Policy Research Fellow

Curtis Shelton currently serves as a policy research fellow for OCPA with a focus on fiscal policy. Curtis graduated Oklahoma State University in 2016 with a Bachelors of Arts in Finance. Previously, he served as a summer intern at OCPA and spent time as a staff accountant for Sutherland Global Services.

Policy Research Fellow

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During this year’s regular legislative session, the storyline was that state government was in dire need of revenue to support itself and those it serves. Much of the data shows that while revenues were indeed down, this was due to a weak economy and not an insufficient tax burden on taxpayers. Oklahoma families lost 21,800 jobs in the oil, gas, and manufacturing sectors in just one year as companies suffered the effects of other oil-producing nations’ effortsto damage or destroy American energy producers.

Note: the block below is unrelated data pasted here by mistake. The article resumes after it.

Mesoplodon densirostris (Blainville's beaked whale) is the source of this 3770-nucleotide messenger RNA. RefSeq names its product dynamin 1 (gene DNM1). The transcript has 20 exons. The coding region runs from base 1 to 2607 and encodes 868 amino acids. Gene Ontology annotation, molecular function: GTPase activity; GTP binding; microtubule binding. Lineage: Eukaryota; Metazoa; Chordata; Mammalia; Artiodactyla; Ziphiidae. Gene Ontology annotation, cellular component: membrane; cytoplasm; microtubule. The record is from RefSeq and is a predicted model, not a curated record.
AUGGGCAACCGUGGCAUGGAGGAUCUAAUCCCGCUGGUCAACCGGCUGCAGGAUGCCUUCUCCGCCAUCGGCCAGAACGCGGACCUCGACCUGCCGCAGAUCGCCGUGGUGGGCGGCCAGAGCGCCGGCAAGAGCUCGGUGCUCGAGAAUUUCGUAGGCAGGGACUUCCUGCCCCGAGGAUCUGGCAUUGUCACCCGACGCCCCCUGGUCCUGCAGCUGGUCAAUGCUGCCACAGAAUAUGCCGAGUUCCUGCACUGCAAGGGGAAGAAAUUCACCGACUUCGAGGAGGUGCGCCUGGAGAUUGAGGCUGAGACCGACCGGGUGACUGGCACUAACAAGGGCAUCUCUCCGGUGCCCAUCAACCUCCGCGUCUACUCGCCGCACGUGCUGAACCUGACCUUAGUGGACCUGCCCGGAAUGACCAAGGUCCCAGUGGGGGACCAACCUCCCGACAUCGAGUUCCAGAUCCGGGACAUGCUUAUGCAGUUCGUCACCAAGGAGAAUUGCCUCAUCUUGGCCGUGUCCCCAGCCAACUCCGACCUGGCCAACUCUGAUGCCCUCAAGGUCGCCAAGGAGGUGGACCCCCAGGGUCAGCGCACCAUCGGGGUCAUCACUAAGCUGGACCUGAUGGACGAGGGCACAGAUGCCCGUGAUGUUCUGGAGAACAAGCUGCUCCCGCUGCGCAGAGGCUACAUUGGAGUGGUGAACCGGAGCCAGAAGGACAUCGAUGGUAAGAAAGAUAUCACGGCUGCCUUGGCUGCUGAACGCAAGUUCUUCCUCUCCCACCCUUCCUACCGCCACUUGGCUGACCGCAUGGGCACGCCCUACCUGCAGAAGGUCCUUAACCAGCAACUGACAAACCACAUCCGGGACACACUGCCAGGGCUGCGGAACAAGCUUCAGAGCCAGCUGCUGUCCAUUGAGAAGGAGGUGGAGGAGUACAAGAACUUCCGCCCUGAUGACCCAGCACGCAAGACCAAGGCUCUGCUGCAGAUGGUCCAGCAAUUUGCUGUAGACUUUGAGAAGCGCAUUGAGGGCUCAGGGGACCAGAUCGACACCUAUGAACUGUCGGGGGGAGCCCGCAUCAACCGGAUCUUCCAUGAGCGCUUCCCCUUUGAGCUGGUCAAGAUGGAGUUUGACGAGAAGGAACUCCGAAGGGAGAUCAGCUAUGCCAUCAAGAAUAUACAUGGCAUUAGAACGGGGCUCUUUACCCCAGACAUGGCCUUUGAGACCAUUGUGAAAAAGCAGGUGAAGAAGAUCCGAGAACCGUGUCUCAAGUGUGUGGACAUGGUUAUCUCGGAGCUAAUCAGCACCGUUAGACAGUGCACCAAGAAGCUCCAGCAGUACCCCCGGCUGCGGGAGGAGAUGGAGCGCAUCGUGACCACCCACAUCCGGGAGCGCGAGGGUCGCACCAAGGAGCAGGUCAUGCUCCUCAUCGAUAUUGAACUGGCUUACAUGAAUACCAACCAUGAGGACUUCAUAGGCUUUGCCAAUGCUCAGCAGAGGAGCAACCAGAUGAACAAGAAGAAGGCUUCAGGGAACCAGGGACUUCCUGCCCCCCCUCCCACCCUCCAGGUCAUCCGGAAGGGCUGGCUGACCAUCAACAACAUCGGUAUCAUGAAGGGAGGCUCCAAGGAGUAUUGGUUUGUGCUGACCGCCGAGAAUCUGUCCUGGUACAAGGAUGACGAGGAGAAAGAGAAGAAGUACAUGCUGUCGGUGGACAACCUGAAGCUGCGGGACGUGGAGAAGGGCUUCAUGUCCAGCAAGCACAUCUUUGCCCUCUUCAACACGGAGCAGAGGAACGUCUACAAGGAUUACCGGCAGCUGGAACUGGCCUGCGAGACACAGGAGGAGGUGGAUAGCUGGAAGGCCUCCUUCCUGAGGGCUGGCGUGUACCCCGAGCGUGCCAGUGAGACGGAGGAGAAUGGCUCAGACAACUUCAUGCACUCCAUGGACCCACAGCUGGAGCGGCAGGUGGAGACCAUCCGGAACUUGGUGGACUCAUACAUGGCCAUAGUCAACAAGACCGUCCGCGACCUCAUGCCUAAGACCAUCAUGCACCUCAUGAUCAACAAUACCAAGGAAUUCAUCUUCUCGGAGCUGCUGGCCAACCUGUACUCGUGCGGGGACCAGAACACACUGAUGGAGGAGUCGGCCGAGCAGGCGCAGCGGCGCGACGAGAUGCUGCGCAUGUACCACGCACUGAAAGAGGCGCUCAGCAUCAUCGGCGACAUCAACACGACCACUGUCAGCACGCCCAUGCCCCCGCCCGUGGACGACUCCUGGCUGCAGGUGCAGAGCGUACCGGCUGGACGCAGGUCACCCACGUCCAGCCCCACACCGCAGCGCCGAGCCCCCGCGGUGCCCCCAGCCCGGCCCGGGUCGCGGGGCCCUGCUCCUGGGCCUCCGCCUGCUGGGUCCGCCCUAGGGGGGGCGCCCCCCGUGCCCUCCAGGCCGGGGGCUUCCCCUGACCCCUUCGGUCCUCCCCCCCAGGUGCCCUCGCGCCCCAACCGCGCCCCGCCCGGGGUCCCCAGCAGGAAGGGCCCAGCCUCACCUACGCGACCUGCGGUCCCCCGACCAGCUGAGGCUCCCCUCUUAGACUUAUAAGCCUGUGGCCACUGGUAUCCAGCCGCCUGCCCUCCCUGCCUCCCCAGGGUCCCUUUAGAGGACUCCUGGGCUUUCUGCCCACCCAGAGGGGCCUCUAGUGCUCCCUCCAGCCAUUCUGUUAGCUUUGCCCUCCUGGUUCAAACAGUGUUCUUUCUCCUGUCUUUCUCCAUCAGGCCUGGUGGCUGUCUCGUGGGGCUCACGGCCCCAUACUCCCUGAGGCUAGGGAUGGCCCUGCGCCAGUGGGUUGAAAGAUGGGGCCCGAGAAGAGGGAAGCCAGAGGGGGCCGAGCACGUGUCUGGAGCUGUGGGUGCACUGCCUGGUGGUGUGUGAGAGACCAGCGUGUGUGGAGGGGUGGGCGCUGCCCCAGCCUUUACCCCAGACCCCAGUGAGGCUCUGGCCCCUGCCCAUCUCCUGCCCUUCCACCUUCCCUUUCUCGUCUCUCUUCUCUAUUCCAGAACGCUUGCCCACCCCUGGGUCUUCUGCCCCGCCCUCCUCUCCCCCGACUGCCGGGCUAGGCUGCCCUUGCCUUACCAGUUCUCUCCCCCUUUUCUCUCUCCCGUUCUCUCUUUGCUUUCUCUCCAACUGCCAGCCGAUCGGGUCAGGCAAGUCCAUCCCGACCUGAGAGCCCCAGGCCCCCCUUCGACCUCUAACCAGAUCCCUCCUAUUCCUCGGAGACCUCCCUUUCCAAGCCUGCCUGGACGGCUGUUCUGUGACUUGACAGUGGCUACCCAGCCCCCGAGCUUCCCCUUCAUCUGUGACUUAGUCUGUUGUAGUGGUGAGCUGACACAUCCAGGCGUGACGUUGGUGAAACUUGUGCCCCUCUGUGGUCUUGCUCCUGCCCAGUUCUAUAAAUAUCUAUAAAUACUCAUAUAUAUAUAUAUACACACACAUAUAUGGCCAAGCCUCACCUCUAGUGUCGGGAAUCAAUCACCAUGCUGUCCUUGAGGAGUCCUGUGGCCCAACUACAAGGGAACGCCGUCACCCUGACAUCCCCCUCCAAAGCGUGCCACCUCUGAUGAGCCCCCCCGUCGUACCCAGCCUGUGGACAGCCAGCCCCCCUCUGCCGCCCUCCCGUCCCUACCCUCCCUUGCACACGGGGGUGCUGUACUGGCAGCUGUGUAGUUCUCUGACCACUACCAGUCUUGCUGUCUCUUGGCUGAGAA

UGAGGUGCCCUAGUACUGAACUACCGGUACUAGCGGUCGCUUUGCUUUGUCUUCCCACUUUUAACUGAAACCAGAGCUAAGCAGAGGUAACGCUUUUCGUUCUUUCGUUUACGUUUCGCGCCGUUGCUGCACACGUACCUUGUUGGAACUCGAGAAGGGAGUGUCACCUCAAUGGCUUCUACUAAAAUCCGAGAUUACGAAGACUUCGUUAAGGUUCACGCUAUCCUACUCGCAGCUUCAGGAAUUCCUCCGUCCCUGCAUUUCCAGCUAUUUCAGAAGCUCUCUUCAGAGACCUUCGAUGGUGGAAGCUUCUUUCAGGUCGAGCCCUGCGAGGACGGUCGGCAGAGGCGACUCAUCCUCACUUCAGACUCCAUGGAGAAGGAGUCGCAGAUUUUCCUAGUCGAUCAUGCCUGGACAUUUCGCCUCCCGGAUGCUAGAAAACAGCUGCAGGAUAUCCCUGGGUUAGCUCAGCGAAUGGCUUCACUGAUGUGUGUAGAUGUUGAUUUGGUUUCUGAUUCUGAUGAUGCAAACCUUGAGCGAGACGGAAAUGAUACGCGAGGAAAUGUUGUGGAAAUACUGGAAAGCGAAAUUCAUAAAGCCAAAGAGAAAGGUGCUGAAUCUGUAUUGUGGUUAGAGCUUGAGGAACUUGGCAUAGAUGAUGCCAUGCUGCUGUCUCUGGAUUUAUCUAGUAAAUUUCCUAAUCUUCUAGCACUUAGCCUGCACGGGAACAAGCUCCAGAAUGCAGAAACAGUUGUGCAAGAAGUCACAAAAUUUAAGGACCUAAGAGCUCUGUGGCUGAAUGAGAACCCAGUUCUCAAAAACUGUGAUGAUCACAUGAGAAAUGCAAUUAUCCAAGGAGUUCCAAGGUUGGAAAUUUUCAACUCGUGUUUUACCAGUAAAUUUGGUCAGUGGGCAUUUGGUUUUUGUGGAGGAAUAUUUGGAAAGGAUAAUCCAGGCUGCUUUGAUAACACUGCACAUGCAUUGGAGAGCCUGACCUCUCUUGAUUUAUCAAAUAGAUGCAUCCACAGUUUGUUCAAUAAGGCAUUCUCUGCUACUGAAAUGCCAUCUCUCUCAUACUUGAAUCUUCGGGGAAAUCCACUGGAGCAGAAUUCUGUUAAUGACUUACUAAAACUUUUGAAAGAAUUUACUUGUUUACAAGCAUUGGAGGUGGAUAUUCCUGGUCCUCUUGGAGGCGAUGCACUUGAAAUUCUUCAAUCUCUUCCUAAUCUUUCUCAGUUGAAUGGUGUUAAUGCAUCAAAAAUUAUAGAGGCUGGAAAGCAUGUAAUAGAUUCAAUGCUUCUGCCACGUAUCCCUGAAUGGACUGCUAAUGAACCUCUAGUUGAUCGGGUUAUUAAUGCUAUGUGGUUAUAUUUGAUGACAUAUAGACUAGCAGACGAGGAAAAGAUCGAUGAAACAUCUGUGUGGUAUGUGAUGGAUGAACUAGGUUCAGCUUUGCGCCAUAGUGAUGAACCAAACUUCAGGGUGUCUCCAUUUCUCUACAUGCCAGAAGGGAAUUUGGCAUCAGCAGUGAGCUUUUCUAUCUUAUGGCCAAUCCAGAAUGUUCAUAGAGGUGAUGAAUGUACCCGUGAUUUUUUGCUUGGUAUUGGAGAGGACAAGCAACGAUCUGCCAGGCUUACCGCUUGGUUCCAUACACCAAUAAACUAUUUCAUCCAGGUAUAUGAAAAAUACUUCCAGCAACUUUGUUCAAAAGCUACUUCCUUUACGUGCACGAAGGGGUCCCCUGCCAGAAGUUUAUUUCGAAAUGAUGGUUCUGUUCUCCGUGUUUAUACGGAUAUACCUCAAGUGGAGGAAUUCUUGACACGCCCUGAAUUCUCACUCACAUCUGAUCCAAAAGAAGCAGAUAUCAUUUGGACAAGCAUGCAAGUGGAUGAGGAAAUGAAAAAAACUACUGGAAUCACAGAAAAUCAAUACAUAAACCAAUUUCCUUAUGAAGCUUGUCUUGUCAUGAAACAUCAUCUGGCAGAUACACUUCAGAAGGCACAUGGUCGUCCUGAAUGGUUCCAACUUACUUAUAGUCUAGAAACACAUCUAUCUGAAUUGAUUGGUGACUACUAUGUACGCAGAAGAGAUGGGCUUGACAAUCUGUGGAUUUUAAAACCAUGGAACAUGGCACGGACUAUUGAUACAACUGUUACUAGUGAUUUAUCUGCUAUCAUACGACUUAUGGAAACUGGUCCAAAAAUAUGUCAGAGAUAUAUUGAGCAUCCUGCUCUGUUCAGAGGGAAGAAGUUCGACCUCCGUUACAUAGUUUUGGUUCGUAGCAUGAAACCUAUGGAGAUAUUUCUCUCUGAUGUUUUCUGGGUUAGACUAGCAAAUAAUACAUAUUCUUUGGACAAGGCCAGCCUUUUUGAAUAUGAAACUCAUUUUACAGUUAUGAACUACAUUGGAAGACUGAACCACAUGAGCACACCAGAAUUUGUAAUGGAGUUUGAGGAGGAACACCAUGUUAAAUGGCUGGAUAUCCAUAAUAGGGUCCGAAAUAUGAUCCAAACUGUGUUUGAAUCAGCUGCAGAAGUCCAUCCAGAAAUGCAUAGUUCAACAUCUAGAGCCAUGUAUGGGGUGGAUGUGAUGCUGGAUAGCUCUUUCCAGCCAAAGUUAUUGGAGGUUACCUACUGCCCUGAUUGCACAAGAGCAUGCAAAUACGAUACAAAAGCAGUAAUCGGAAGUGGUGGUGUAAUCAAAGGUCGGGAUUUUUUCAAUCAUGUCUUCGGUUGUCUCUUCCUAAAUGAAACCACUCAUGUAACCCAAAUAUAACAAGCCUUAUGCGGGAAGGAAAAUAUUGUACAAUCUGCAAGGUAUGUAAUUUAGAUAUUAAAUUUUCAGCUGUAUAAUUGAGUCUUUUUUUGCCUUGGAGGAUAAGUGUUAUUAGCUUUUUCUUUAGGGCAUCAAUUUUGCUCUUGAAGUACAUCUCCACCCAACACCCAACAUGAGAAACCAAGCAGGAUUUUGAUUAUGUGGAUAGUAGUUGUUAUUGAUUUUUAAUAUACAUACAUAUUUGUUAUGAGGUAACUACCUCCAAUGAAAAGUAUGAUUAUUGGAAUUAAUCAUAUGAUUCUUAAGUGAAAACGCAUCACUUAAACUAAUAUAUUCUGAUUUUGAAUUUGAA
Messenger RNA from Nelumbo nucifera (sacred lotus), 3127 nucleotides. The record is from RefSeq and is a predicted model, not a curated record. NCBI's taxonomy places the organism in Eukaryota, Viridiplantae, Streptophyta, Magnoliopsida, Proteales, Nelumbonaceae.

State tax collections had set records until sustained price declines hit the oil and gas industry at the midyear of 2014. No one disputes that this resulted in an approximately $300 million (at a minimum) decline in gross production taxes. The results from this price decline were severe as Oklahomans saw their taxable income fall by $13 billion from $165.1 to $151.2 billion from 2014 to 2015. In consequence, personal income tax collections lost $363 million.

As their income fell, Oklahomans also changed how they spent money to ensure they could live within their means. They reduced purchases subject to sales and use tax by $4.1 billion resulting in a $187 million reduction in state sales and use tax revenues.

Another area of taxation worth considering is gaming, where Oklahoma taxes actually are relatively low. This end-use entertainment product has grown in volume from $200 million in its inception to $2.2 billion. While income, sales and use, and corporate tax bases declined, gaming activity actually grew from FY-2015 to FY-2016.

When all taxes are considered together, Oklahoma’s tax burden shows it is about average among the states. The share of net tax collections in relation to gross state product is in-line with the national average for FY-2015, the last fiscal year before the sustained economic declines began.

As the data shows, the challenge in Oklahoma over the last few years is that Oklahomans have had to make due with less. One might reasonably believe that it is the responsibility of state government to do the same.

Policy Research Fellow

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